By Lynn Geyer
Danny K. Marshall, storyteller and Steilacoom Tribal Chair, and his daughter Lacie B. Deck have incorporated the charming retelling of some of the Steilacoom Tribe legends into the play “Stick Soup,” which is currently on stage at Pierce College’s Theatre Studio 320.
Marshall and Deck have centered on several tales from the tribe’s history to tell the modern story of a young Indian girl who feels lost among her peers because she doesn’t feel or look like an Indian.
Her “identify” has been taken away by the insistence of the government to make her “fit in” – to become like all the rest. She is lost until her grandfather tells her some points about her people which have hitherto fore gone by the wayside.
This is a simple tale told in simple words of love and understanding for the young girl’s plight. In its telling, the audience is made aware of some endearing tribal stories.
Like so many peoples, there are similarities in our ancient history. The biblical flood, for instance, finds the leader of the Steilacoom people told by the creator to tie his canoe to the peak of a mountain in order to survive the rising waters; all the animals, including man, spoke the same language; and the water-laden clouds needing help from a Steilacoom maiden to rise up in the sky to make the sun shine.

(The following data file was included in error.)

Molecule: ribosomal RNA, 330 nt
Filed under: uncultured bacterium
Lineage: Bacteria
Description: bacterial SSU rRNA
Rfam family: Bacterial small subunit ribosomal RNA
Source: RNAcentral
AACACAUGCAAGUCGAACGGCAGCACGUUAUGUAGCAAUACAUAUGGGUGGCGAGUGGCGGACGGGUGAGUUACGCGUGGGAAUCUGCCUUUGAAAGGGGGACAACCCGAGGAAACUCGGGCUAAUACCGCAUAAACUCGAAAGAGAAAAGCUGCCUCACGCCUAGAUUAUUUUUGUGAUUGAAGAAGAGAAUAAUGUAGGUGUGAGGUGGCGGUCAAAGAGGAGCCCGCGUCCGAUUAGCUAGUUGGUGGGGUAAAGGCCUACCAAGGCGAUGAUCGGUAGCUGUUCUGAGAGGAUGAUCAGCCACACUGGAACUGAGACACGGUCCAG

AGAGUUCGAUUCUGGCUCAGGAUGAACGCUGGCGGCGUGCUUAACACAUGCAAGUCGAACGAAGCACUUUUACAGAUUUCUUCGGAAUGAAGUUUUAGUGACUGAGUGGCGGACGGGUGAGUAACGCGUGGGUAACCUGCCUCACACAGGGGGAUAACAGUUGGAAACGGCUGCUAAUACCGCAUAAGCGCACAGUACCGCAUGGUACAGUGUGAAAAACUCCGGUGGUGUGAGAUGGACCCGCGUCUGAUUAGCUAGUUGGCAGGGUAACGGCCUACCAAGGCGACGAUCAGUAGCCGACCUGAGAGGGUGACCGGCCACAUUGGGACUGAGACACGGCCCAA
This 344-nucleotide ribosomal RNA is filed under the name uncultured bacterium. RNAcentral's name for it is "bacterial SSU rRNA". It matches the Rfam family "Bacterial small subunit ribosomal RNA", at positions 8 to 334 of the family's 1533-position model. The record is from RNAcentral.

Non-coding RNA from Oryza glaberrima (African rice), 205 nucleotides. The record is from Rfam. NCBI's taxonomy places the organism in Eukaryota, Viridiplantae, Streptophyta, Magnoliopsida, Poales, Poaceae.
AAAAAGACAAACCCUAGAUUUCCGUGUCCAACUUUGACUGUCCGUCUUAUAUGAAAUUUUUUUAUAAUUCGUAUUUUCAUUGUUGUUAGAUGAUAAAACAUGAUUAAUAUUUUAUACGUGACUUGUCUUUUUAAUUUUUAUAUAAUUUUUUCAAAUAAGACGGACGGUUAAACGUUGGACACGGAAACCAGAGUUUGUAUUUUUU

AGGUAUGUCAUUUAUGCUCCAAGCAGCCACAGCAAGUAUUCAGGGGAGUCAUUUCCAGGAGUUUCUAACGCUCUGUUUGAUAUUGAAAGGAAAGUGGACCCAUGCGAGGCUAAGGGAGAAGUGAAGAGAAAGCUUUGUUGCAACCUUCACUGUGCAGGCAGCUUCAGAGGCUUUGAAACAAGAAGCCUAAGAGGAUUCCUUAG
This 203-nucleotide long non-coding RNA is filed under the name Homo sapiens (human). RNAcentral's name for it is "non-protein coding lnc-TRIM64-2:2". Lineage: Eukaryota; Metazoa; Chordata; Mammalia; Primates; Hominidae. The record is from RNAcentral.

Marshall also directs the play and is heard as the voice-over narrator. The cast is comprised of Pierce College students and employees, some of whom are novice actors.
This is an ensemble cast, with each member doing more than one part – a modern student, teacher or family member and a legendary tribal character.
Christina Brewer is our troubled young girl, Alexandra; her grandfather is ably played by Julio Perez.
Ensemble actors are Naomi Rahn, Maria Schloessman, Rebekah Hoyte, Chelsea Baker, Hercules Gumabon, Adam Blank, Ofelia Leung, Curtis Rhyner, Theresa Keating and Calvin Beekman.
As with any ensemble, there are some standout performers. In this cast, Baker who plays the Dog Leader is quite amusing. Blank as the Great Wolf makes a fearsome adversary to Gumabon’s gentle Young Brave.
The wonderful set is designed by Richard Buckley who also does the lights, which are a highlight of the production, as are Kelsey McCandless’ special effects.
Remaining performances of “Stick Soup” are May 27 and 28 at 7 p.m. with 2 p.m. Sunday matinees May 22 and 29. The play is in Studio 320 in the Cascade Building on the Fort Steilacoom campus at 9401 Farwest Drive in Lakewood. Reservations may be made by calling the theatre at (253) 964-6710.
In the tribal custom, he who holds the Talking Stick can not be interrupted until he passes it to another speaker. Pass on “Stick Soup” to your friends so these beautiful legends may be long remembered.